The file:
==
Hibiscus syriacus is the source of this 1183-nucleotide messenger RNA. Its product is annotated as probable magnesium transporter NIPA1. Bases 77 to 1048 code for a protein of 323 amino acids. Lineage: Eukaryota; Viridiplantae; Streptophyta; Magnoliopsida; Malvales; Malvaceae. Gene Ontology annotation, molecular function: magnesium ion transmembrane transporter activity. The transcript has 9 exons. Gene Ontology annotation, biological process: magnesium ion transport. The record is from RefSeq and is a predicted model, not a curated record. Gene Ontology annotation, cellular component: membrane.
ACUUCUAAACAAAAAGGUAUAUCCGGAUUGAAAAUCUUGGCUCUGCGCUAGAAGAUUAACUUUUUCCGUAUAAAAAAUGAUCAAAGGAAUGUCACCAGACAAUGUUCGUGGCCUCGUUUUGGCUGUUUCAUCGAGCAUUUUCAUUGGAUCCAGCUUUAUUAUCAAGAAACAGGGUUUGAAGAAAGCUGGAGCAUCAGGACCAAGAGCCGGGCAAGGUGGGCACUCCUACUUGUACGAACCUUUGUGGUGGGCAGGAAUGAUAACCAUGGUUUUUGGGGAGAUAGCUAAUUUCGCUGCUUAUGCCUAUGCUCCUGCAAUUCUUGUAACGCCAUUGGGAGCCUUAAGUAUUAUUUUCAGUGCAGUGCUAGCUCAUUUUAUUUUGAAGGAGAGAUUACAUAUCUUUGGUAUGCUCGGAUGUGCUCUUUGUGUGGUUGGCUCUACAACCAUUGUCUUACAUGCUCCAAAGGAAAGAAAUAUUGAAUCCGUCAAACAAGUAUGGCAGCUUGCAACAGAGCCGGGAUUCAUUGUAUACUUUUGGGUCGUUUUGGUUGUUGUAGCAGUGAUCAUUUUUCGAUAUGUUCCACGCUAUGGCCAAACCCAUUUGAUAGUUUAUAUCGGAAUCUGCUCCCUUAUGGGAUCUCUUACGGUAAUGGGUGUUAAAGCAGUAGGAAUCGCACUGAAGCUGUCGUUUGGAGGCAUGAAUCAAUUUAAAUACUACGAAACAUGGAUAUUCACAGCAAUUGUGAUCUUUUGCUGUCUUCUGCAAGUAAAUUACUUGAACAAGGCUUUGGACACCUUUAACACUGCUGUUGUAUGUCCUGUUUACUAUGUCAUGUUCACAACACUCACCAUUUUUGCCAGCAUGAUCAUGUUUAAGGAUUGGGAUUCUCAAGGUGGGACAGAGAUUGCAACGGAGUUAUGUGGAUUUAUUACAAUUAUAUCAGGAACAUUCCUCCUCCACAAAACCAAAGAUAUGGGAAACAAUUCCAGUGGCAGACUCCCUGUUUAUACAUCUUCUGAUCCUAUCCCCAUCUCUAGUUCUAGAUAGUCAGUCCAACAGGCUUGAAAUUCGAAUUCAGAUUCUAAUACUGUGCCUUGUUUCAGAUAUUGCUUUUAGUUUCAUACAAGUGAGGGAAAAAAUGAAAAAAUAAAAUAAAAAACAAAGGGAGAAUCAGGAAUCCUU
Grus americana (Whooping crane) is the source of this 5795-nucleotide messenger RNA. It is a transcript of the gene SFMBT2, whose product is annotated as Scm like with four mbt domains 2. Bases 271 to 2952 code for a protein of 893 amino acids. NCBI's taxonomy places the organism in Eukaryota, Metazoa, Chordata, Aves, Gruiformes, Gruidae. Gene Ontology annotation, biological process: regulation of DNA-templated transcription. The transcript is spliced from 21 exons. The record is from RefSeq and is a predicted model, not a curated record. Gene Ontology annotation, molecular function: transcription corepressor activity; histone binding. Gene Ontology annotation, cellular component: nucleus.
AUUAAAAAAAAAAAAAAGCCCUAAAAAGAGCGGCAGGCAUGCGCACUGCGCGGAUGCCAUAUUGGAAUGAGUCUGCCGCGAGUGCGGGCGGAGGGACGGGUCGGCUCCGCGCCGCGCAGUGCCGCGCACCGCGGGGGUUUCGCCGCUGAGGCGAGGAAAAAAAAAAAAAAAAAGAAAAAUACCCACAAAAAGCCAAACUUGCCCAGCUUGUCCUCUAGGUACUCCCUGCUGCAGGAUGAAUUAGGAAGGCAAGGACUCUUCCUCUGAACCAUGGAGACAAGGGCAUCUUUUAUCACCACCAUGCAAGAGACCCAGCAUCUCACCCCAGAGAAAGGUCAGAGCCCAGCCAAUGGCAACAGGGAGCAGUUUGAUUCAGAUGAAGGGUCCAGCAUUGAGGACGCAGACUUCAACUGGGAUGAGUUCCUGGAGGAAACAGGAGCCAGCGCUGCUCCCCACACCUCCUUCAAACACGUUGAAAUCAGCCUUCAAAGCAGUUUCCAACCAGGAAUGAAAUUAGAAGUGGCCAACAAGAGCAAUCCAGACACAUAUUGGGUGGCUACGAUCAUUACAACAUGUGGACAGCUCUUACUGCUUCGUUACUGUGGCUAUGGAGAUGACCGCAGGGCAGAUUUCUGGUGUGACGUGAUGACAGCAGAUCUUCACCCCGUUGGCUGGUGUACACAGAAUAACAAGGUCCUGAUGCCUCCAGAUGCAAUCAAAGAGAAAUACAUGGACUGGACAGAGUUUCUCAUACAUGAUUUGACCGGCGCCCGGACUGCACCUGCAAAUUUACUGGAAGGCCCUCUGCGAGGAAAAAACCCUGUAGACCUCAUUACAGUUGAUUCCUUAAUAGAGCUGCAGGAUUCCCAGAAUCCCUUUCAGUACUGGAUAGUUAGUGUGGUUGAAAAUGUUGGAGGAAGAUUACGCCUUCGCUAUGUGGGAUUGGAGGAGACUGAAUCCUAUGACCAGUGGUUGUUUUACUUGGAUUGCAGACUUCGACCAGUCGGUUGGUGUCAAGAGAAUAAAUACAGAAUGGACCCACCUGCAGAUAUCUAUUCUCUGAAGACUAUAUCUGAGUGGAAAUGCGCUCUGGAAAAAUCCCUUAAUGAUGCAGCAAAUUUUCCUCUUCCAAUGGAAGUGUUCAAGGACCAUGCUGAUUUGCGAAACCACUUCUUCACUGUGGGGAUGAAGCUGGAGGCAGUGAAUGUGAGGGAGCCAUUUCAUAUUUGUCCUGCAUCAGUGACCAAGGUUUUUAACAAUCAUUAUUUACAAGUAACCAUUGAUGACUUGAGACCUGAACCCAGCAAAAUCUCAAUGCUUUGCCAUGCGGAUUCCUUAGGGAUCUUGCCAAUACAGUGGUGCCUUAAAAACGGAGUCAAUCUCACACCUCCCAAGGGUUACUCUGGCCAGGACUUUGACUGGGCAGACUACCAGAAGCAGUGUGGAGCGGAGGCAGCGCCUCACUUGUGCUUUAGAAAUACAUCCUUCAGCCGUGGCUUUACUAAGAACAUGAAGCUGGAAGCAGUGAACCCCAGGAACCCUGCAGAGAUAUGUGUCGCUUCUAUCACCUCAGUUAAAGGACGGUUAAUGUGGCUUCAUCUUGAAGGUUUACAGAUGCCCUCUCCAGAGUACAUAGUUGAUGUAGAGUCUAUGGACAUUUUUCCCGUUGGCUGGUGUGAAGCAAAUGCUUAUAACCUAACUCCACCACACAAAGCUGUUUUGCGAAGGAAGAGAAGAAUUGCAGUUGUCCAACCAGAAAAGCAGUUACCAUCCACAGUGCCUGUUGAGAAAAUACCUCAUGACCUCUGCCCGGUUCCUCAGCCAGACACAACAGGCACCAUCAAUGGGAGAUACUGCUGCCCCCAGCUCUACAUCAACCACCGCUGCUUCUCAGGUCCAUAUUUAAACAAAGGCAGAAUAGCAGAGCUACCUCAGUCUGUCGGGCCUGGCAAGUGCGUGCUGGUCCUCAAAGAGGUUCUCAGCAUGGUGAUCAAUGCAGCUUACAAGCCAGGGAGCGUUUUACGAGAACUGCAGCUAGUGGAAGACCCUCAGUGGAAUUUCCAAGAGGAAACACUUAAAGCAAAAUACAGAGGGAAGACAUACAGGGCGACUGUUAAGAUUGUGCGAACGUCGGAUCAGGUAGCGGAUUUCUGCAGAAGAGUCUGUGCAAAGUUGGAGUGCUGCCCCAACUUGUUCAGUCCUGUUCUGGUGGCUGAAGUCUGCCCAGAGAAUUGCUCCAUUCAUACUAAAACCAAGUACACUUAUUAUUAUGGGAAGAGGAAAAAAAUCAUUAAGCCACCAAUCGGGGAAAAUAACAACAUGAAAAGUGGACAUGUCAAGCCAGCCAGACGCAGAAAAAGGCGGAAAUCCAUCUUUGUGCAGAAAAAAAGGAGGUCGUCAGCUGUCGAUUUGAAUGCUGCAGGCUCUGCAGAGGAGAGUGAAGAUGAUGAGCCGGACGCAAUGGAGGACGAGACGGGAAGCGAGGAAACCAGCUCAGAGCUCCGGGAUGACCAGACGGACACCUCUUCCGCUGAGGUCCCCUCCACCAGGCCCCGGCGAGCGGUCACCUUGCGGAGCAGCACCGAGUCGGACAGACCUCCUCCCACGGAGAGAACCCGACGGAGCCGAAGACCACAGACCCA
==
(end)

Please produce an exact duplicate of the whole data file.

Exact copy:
Hibiscus syriacus is the source of this 1183-nucleotide messenger RNA. Its product is annotated as probable magnesium transporter NIPA1. Bases 77 to 1048 code for a protein of 323 amino acids. Lineage: Eukaryota; Viridiplantae; Streptophyta; Magnoliopsida; Malvales; Malvaceae. Gene Ontology annotation, molecular function: magnesium ion transmembrane transporter activity. The transcript has 9 exons. Gene Ontology annotation, biological process: magnesium ion transport. The record is from RefSeq and is a predicted model, not a curated record. Gene Ontology annotation, cellular component: membrane.
ACUUCUAAACAAAAAGGUAUAUCCGGAUUGAAAAUCUUGGCUCUGCGCUAGAAGAUUAACUUUUUCCGUAUAAAAAAUGAUCAAAGGAAUGUCACCAGACAAUGUUCGUGGCCUCGUUUUGGCUGUUUCAUCGAGCAUUUUCAUUGGAUCCAGCUUUAUUAUCAAGAAACAGGGUUUGAAGAAAGCUGGAGCAUCAGGACCAAGAGCCGGGCAAGGUGGGCACUCCUACUUGUACGAACCUUUGUGGUGGGCAGGAAUGAUAACCAUGGUUUUUGGGGAGAUAGCUAAUUUCGCUGCUUAUGCCUAUGCUCCUGCAAUUCUUGUAACGCCAUUGGGAGCCUUAAGUAUUAUUUUCAGUGCAGUGCUAGCUCAUUUUAUUUUGAAGGAGAGAUUACAUAUCUUUGGUAUGCUCGGAUGUGCUCUUUGUGUGGUUGGCUCUACAACCAUUGUCUUACAUGCUCCAAAGGAAAGAAAUAUUGAAUCCGUCAAACAAGUAUGGCAGCUUGCAACAGAGCCGGGAUUCAUUGUAUACUUUUGGGUCGUUUUGGUUGUUGUAGCAGUGAUCAUUUUUCGAUAUGUUCCACGCUAUGGCCAAACCCAUUUGAUAGUUUAUAUCGGAAUCUGCUCCCUUAUGGGAUCUCUUACGGUAAUGGGUGUUAAAGCAGUAGGAAUCGCACUGAAGCUGUCGUUUGGAGGCAUGAAUCAAUUUAAAUACUACGAAACAUGGAUAUUCACAGCAAUUGUGAUCUUUUGCUGUCUUCUGCAAGUAAAUUACUUGAACAAGGCUUUGGACACCUUUAACACUGCUGUUGUAUGUCCUGUUUACUAUGUCAUGUUCACAACACUCACCAUUUUUGCCAGCAUGAUCAUGUUUAAGGAUUGGGAUUCUCAAGGUGGGACAGAGAUUGCAACGGAGUUAUGUGGAUUUAUUACAAUUAUAUCAGGAACAUUCCUCCUCCACAAAACCAAAGAUAUGGGAAACAAUUCCAGUGGCAGACUCCCUGUUUAUACAUCUUCUGAUCCUAUCCCCAUCUCUAGUUCUAGAUAGUCAGUCCAACAGGCUUGAAAUUCGAAUUCAGAUUCUAAUACUGUGCCUUGUUUCAGAUAUUGCUUUUAGUUUCAUACAAGUGAGGGAAAAAAUGAAAAAAUAAAAUAAAAAACAAAGGGAGAAUCAGGAAUCCUU
Grus americana (Whooping crane) is the source of this 5795-nucleotide messenger RNA. It is a transcript of the gene SFMBT2, whose product is annotated as Scm like with four mbt domains 2. Bases 271 to 2952 code for a protein of 893 amino acids. NCBI's taxonomy places the organism in Eukaryota, Metazoa, Chordata, Aves, Gruiformes, Gruidae. Gene Ontology annotation, biological process: regulation of DNA-templated transcription. The transcript is spliced from 21 exons. The record is from RefSeq and is a predicted model, not a curated record. Gene Ontology annotation, molecular function: transcription corepressor activity; histone binding. Gene Ontology annotation, cellular component: nucleus.
AUUAAAAAAAAAAAAAAGCCCUAAAAAGAGCGGCAGGCAUGCGCACUGCGCGGAUGCCAUAUUGGAAUGAGUCUGCCGCGAGUGCGGGCGGAGGGACGGGUCGGCUCCGCGCCGCGCAGUGCCGCGCACCGCGGGGGUUUCGCCGCUGAGGCGAGGAAAAAAAAAAAAAAAAAGAAAAAUACCCACAAAAAGCCAAACUUGCCCAGCUUGUCCUCUAGGUACUCCCUGCUGCAGGAUGAAUUAGGAAGGCAAGGACUCUUCCUCUGAACCAUGGAGACAAGGGCAUCUUUUAUCACCACCAUGCAAGAGACCCAGCAUCUCACCCCAGAGAAAGGUCAGAGCCCAGCCAAUGGCAACAGGGAGCAGUUUGAUUCAGAUGAAGGGUCCAGCAUUGAGGACGCAGACUUCAACUGGGAUGAGUUCCUGGAGGAAACAGGAGCCAGCGCUGCUCCCCACACCUCCUUCAAACACGUUGAAAUCAGCCUUCAAAGCAGUUUCCAACCAGGAAUGAAAUUAGAAGUGGCCAACAAGAGCAAUCCAGACACAUAUUGGGUGGCUACGAUCAUUACAACAUGUGGACAGCUCUUACUGCUUCGUUACUGUGGCUAUGGAGAUGACCGCAGGGCAGAUUUCUGGUGUGACGUGAUGACAGCAGAUCUUCACCCCGUUGGCUGGUGUACACAGAAUAACAAGGUCCUGAUGCCUCCAGAUGCAAUCAAAGAGAAAUACAUGGACUGGACAGAGUUUCUCAUACAUGAUUUGACCGGCGCCCGGACUGCACCUGCAAAUUUACUGGAAGGCCCUCUGCGAGGAAAAAACCCUGUAGACCUCAUUACAGUUGAUUCCUUAAUAGAGCUGCAGGAUUCCCAGAAUCCCUUUCAGUACUGGAUAGUUAGUGUGGUUGAAAAUGUUGGAGGAAGAUUACGCCUUCGCUAUGUGGGAUUGGAGGAGACUGAAUCCUAUGACCAGUGGUUGUUUUACUUGGAUUGCAGACUUCGACCAGUCGGUUGGUGUCAAGAGAAUAAAUACAGAAUGGACCCACCUGCAGAUAUCUAUUCUCUGAAGACUAUAUCUGAGUGGAAAUGCGCUCUGGAAAAAUCCCUUAAUGAUGCAGCAAAUUUUCCUCUUCCAAUGGAAGUGUUCAAGGACCAUGCUGAUUUGCGAAACCACUUCUUCACUGUGGGGAUGAAGCUGGAGGCAGUGAAUGUGAGGGAGCCAUUUCAUAUUUGUCCUGCAUCAGUGACCAAGGUUUUUAACAAUCAUUAUUUACAAGUAACCAUUGAUGACUUGAGACCUGAACCCAGCAAAAUCUCAAUGCUUUGCCAUGCGGAUUCCUUAGGGAUCUUGCCAAUACAGUGGUGCCUUAAAAACGGAGUCAAUCUCACACCUCCCAAGGGUUACUCUGGCCAGGACUUUGACUGGGCAGACUACCAGAAGCAGUGUGGAGCGGAGGCAGCGCCUCACUUGUGCUUUAGAAAUACAUCCUUCAGCCGUGGCUUUACUAAGAACAUGAAGCUGGAAGCAGUGAACCCCAGGAACCCUGCAGAGAUAUGUGUCGCUUCUAUCACCUCAGUUAAAGGACGGUUAAUGUGGCUUCAUCUUGAAGGUUUACAGAUGCCCUCUCCAGAGUACAUAGUUGAUGUAGAGUCUAUGGACAUUUUUCCCGUUGGCUGGUGUGAAGCAAAUGCUUAUAACCUAACUCCACCACACAAAGCUGUUUUGCGAAGGAAGAGAAGAAUUGCAGUUGUCCAACCAGAAAAGCAGUUACCAUCCACAGUGCCUGUUGAGAAAAUACCUCAUGACCUCUGCCCGGUUCCUCAGCCAGACACAACAGGCACCAUCAAUGGGAGAUACUGCUGCCCCCAGCUCUACAUCAACCACCGCUGCUUCUCAGGUCCAUAUUUAAACAAAGGCAGAAUAGCAGAGCUACCUCAGUCUGUCGGGCCUGGCAAGUGCGUGCUGGUCCUCAAAGAGGUUCUCAGCAUGGUGAUCAAUGCAGCUUACAAGCCAGGGAGCGUUUUACGAGAACUGCAGCUAGUGGAAGACCCUCAGUGGAAUUUCCAAGAGGAAACACUUAAAGCAAAAUACAGAGGGAAGACAUACAGGGCGACUGUUAAGAUUGUGCGAACGUCGGAUCAGGUAGCGGAUUUCUGCAGAAGAGUCUGUGCAAAGUUGGAGUGCUGCCCCAACUUGUUCAGUCCUGUUCUGGUGGCUGAAGUCUGCCCAGAGAAUUGCUCCAUUCAUACUAAAACCAAGUACACUUAUUAUUAUGGGAAGAGGAAAAAAAUCAUUAAGCCACCAAUCGGGGAAAAUAACAACAUGAAAAGUGGACAUGUCAAGCCAGCCAGACGCAGAAAAAGGCGGAAAUCCAUCUUUGUGCAGAAAAAAAGGAGGUCGUCAGCUGUCGAUUUGAAUGCUGCAGGCUCUGCAGAGGAGAGUGAAGAUGAUGAGCCGGACGCAAUGGAGGACGAGACGGGAAGCGAGGAAACCAGCUCAGAGCUCCGGGAUGACCAGACGGACACCUCUUCCGCUGAGGUCCCCUCCACCAGGCCCCGGCGAGCGGUCACCUUGCGGAGCAGCACCGAGUCGGACAGACCUCCUCCCACGGAGAGAACCCGACGGAGCCGAAGACCACAGACCCA